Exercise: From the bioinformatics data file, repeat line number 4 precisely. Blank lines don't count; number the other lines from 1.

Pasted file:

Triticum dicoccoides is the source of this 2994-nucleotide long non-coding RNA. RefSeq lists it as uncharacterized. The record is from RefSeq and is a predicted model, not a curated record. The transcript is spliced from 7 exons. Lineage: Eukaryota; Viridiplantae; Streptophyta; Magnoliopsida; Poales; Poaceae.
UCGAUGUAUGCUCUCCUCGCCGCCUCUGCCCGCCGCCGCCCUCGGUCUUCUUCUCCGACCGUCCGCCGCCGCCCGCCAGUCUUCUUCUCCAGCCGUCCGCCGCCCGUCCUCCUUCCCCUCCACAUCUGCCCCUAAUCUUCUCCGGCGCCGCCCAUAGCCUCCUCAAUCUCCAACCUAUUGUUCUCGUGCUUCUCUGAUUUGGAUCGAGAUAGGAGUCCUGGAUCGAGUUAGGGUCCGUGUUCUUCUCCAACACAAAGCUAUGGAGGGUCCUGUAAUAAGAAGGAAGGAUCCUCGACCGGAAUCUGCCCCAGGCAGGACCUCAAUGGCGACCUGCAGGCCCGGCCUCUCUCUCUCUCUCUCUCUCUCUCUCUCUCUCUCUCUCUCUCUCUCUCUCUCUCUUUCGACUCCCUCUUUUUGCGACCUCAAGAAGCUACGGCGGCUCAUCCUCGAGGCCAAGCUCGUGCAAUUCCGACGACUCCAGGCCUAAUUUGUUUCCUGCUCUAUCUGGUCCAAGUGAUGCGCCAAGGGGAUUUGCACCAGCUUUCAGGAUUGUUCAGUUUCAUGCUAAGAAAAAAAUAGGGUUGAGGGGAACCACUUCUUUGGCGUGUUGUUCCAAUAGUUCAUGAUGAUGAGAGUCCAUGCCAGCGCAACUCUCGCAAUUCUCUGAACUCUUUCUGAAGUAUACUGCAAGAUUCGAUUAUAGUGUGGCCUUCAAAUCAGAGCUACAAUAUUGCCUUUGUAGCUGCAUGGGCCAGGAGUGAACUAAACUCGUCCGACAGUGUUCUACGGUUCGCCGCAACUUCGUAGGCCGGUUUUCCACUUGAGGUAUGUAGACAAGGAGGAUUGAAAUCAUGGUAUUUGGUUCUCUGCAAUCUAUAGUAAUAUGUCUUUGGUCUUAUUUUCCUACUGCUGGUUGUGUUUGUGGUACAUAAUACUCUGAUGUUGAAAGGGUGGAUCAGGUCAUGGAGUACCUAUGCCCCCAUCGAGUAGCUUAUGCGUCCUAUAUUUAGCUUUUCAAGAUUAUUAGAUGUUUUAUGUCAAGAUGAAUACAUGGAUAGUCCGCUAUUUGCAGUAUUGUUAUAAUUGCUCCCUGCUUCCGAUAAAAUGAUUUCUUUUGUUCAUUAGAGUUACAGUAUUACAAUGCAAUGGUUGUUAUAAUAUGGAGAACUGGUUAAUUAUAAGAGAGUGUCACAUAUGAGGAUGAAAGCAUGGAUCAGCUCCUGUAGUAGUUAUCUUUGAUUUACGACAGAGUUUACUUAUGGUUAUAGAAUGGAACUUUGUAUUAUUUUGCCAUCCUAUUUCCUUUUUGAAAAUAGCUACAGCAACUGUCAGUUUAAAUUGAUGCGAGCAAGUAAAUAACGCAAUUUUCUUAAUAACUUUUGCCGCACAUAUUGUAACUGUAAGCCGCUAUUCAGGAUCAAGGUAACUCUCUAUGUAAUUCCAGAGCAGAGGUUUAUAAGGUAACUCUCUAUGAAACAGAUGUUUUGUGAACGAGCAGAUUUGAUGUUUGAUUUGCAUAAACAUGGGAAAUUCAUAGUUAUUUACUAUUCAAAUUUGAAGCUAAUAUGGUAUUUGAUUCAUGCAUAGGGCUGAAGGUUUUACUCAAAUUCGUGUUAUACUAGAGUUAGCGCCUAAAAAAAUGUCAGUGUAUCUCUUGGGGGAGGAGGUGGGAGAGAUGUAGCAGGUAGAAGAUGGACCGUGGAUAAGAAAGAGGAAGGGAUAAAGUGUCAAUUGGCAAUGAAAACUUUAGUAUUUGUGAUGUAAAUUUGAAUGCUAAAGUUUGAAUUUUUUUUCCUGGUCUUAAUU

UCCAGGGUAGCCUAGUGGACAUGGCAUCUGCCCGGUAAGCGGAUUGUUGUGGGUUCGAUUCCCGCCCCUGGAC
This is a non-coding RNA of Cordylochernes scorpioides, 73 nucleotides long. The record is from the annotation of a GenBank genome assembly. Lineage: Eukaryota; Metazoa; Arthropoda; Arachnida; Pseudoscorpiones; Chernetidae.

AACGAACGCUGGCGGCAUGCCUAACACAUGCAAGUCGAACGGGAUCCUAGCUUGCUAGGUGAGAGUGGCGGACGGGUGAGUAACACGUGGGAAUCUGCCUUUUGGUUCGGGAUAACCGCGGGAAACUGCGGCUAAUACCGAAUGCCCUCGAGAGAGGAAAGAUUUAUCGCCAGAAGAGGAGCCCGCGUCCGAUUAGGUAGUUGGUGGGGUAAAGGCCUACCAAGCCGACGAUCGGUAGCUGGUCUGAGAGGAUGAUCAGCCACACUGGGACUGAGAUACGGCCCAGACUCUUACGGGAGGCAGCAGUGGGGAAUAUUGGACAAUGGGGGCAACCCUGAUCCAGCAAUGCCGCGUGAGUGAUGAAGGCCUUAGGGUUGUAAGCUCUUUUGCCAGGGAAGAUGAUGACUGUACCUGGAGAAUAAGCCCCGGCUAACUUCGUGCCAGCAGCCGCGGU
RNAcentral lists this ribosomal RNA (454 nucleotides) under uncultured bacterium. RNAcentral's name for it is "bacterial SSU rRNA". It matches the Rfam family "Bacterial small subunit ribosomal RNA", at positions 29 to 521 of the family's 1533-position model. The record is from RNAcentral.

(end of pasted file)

This is a non-coding RNA of Cordylochernes scorpioides, 73 nucleotides long. The record is from the annotation of a GenBank genome assembly. Lineage: Eukaryota; Metazoa; Arthropoda; Arachnida; Pseudoscorpiones; Chernetidae.